This sweet and tangy salad is a perfect side dish all year around. It is super easy to make and the flavors get even more delicious as it marinates. Allowing it to marinate at least 10 minutes is key. If possible, allow it to marinate over night as I think it is even better the 2nd day.
Makes: 4 Servings
Time: 20 minutes to overnight
2 Cloves Garlic
1 Red Onion
2 Tablespoons Rice Vinegar
2 Tablespoons Sugar
1 2-inch Piece Ginger
1 Tablespoon Sesame Oil
1 Small Bunch of Thai Basil (optional)
1.Prepare the ingredients:
Wash and dry the fresh produce. Peel and mince the garlic and ginger. Trim off and discard the ends of the cucumbers. Cut the cucumbers lengthwise and then again so that the cucumbers are spears. Then cut into 1/2-inch-thick pieces. Peel, halve and thinly slice the onion; place in a small bowl with the vinegar and set aside.
2. Assemble & marinate the cucumber salad:
In a large bowl, combine the cucumbers, sesame oil, sugar, garlic and ginger, and as much of the onion-vinegar mixture as you’d like. Stir to thoroughly combine; season with salt and pepper to taste. Set aside and let marinate, stirring occasionally, for at least 10 minutes.
3. Finish & serve your dish:
Transfer the marinated cucumber salad to a serving dish; season with salt and pepper to taste. Pick the Thai basil leaves off the stems; discard the stems and roughly chop the leaves and add to the salad just before serving. Enjoy!
Super Simple and Super yummy! This recipe mimics the traditional Thai curry but without so many hard to find ingredients. It’s so easy that it is perfect for a weekday meal.
10 oz. of Organic Jasmine Rice (found in a 3-pack in the freezer section of many grocery stores like Trader Joe’s)
13.5 oz. can coconut milk
1 Tbsp. curry powder
2 Tbsp. fish sauce
2 oz. butter or ghee
1 lb. skinless boneless chicken thighs, cut into bite-sized chunks
2 bay leaves
1/2 cup chopped fresh cilantro plus four sprigs
1-2 mini red peppers, sliced (optional for garnish)
Place a large frying pan over medium heat and add coconut milk and curry powder. Stir until combined, then add the fish sauce and butter. Stir until the butter is melted.
Add the chicken and bay leaves. Cover and simmer for 10 minutes.
After the chicken has simmered for 10 minutes, remove the lid and simmer for an additional 15 minutes until the liquid had reduced by 50% and the chicken is cooked through (no longer pink in the middle).
Stir in the fresh cilantro and remove pan from heat.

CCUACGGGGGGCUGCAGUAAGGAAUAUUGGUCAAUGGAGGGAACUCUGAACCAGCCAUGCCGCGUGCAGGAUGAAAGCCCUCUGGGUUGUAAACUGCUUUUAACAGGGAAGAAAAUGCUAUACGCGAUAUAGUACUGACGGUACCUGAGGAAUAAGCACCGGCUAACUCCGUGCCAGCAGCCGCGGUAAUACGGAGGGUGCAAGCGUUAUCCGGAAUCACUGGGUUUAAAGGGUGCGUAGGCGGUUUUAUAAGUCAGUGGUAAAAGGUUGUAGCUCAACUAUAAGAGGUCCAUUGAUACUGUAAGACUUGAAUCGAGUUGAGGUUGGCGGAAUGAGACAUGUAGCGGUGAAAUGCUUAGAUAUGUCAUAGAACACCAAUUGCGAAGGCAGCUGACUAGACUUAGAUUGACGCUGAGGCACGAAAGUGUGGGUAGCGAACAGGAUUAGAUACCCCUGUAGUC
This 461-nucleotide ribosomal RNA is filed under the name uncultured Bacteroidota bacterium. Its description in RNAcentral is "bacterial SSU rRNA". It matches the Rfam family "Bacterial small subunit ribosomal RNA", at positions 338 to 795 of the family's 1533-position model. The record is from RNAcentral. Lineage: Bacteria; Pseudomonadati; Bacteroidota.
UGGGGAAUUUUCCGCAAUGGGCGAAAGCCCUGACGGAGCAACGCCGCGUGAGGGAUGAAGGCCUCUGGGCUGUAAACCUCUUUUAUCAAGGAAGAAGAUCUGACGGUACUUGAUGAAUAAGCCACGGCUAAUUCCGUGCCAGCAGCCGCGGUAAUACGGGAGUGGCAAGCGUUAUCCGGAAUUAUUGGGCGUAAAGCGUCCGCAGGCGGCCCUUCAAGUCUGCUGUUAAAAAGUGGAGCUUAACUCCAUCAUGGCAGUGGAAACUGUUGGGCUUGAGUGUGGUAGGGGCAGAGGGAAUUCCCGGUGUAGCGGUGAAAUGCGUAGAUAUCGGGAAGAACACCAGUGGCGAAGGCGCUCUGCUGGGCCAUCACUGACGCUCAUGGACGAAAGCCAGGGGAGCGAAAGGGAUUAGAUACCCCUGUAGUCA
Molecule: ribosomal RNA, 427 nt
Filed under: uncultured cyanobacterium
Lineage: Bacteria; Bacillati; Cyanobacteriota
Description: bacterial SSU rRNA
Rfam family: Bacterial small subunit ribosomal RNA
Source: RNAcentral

Pop the bag of rice in the microwave for 3 minutes or as directed on the package.
To assemble, add 3/4 cup of the cauliflower rice and 1/2 cup of the curry mixture to individual bowls and place a fresh cilantro sprig on top.
Vietnamese food is full of mouth watering flavors and this recipe is sure not to disappoint. I found it while browsing on Pinterest. I adapted the recipe from an original post in October 2007 from Food and Wine Magazine.
Vietnamese Lemongrass Chicken
Dinner is ready in 20-30 minutes (don’t forget to marinate chicken before)
2 tablespoons fish sauce
3 garlic cloves, crushed
1 tablespoon curry powder ( I use madras)
1/2 teaspoon salt
2 tablespoons plus 1 1/2 teaspoons sugar
1 1/2 pounds boneless, skinless chicken breasts cut into 1 1/2-inch pieces (thighs work too)
3 tablespoons water
3 tablespoons coconut oil
2 fresh lemongrass stalks, tender inner white bulbs only, minced finely
1 large shallot, thinly sliced
3 red chilies, seeded and minced
1 scallion thinly sliced for garnishing (optional)
cilantro sprigs for garnishing (optional)
Marinate the chicken: In a bowl, combine the fish sauce, garlic, curry powder, salt, and 1 1/2 teaspoons of the sugar. Add the chicken meat to coat. Marinade for at least two hours.
Make the caramel: In a small skillet, mix the remaining 2 tablespoons of sugar with 1 tablespoon of the water and cook over high heat, stirring until the sugar is dissolved. Cook without stirring until a deep amber caramel forms about 2-3 minutes. Remove from the heat and stir in the remaining 2 tablespoons of water. Transfer to a small bowl.
Cook the chicken: Heat a wok or large frying pan over high heat. Add the coconut oil and heat until shimmering. Add the lemongrass, shallot, and chilies and stir-fry until fragrant about 1 minute. Add the chicken and caramel and stir-fry until the chicken is cooked through and the sauce is slightly thickened about 8 minutes. Transfer to a serving dish and top with the scallions and cilantro. Serve with steamed white rice.